Protomartyr @ La Tulipe

The post-punk genre has seen a notable resurgence in recent years, with bands like Fontaines D.C. and Dry Cleaning breathing new life into the sound and captivating a whole new generation of music lovers. Among these acts are Detroit rockers Protomartyr, who have solidified their place in this revival over their 10+ years in the scene, amassing a considerable following along the way.

These devoted fans stormed La Tulipe in droves Sunday night, eager to see the band perform tracks off their latest album, Formal Growth in the Desert, which dropped just days prior.

As the venue began to fill, the excitement was palpable. Some concertgoers exchanged nostalgic stories of past Protomartyr shows, while others shared their enthusiasm for the new album. No matter the topic of discussion, there was a noticeable sense of camaraderie and collective anticipation in the air.

Soon, opening act Sunforger took the stage and kicked things off with their distinctly melancholic brand of post-punk, perfectly setting the mood for the rest of the evening. Their debut album, which was released just a year ago, provided the basis for their set (and which some might recall from their live session on a certain CJLO show). Their performance was electrifying and hypnotic, undoubtedly winning over new fans among those in attendance.

Once Sunforger wrapped up their set, a brief intermission followed, and soon, the lights dimmed. Excitable shouts rang out through the darkened concert hall, and from the side stage emerged our headlining act. The band dove headfirst into "Maidenhead," a moody track (and a personal favourite of mine) from their third album, which acted as my introduction to the band many years ago.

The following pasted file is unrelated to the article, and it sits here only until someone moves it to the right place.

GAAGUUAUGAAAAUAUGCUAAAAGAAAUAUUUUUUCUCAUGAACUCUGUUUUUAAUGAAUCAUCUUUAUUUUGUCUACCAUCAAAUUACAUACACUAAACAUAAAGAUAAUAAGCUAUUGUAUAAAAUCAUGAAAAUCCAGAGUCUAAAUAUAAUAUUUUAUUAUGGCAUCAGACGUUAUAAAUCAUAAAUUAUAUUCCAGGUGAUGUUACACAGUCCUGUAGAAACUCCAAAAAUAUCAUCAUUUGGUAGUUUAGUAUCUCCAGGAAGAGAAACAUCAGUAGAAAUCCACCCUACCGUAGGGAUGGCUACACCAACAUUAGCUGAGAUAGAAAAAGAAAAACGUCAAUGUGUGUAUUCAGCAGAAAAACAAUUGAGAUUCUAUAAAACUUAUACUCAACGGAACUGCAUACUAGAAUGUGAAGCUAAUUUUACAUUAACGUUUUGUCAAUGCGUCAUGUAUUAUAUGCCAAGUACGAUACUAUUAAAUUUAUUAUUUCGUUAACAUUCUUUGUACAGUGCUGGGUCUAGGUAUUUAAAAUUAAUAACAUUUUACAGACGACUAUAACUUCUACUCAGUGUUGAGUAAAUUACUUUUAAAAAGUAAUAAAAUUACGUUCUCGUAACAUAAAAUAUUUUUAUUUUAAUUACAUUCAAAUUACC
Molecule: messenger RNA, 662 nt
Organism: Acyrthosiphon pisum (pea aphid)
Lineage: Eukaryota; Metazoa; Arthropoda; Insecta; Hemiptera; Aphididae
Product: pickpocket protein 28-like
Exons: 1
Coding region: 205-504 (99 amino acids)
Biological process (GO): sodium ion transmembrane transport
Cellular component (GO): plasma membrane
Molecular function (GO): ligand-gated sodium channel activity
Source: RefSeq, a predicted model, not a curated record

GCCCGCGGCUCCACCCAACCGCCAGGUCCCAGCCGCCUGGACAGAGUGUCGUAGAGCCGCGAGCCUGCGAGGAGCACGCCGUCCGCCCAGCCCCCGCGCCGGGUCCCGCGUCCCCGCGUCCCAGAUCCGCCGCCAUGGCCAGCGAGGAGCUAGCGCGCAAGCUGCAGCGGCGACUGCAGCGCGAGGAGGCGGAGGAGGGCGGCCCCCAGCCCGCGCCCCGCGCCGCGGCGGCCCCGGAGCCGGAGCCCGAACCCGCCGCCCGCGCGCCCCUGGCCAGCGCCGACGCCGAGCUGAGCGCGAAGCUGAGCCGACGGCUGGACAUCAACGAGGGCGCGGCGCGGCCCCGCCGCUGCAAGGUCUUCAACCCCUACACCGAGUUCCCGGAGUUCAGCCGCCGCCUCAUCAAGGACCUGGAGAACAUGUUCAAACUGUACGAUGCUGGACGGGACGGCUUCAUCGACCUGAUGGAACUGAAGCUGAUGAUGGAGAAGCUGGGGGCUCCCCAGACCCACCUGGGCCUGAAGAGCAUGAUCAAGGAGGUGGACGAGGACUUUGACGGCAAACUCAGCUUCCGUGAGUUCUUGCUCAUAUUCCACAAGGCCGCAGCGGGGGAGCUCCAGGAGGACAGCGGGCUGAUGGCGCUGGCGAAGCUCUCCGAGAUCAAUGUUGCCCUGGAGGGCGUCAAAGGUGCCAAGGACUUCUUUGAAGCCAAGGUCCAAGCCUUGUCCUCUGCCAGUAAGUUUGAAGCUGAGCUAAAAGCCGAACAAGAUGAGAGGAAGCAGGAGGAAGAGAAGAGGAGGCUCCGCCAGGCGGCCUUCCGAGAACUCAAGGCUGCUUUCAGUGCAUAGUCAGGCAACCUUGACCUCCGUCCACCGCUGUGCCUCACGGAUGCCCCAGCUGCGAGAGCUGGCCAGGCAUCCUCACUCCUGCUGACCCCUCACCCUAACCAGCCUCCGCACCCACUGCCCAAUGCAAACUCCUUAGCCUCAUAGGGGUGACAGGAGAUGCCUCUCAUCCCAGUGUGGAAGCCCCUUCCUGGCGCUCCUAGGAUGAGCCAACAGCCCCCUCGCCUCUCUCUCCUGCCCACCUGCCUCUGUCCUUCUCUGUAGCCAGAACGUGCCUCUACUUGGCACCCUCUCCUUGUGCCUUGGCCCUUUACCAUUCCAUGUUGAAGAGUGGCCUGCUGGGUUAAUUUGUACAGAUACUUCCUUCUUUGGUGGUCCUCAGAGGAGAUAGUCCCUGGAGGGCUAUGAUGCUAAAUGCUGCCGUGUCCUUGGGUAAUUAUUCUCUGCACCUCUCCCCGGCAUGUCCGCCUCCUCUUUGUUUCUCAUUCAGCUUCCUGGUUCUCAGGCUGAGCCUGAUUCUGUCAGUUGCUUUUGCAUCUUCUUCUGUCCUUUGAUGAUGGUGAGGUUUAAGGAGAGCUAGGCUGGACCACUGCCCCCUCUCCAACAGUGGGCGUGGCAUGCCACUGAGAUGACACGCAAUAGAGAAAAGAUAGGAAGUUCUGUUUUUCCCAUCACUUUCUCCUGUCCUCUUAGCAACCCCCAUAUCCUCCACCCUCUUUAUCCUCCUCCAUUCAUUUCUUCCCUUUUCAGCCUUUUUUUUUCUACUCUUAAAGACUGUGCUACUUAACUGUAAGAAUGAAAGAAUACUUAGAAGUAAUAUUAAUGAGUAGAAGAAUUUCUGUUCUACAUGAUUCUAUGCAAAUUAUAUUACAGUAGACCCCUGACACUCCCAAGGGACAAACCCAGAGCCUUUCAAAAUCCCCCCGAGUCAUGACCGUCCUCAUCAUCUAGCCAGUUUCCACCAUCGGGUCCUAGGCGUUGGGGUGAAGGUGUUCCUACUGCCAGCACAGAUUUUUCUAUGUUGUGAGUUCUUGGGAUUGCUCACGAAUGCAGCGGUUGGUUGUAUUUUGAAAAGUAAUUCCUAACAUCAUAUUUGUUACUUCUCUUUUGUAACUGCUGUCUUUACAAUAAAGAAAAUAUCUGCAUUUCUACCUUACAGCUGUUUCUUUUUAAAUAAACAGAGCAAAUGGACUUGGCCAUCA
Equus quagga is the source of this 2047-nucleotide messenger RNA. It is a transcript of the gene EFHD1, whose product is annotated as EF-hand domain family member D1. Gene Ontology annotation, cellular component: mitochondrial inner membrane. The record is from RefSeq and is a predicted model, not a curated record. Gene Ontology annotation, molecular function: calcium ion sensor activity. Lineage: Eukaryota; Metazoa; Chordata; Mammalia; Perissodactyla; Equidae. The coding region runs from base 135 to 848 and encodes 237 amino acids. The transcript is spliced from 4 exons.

The band was in the element up on stage, its setup sparse and minimalistic and mirroring the musicians’ nonchalant demeanour. Frontman Joe Casey, beer in hand, delivered powerful and emotionally charged vocals, seamlessly navigating through the band’s extensive catalogue. The setlist was incredibly varied, featuring songs from nearly all their releases, ensuring that no one went home without hearing their favourite track.

As the show neared its end, Casey announced they had a few more songs left, much to the crowd’s disappointment. When the final note was played and the band left the stage, the audience erupted into the familiar chant of “Ole,” rhythmically stomping their feet to demand an encore.

The band soon obliged and returned to the stage after Casey playfully feigned reluctance. Fans were treated to a few more songs, including favourites “Ain’t so Simple” and “I Forgive You” and as the band jumped into their final song, The Agent Intellect track “Why Does it Shake?” a disco ball lit up, casting shimmering lights across the room and creating one hell of a memorable finale.

Protomartyr’s performance at La Tulipe was a testament to their enduring appeal and the passionate community they have built over the years. If ever you get the opportunity to see them perform live, a terrific night is all but guaranteed.

Cole is a co-host of In The Garage, Mondays 8PM-9PM.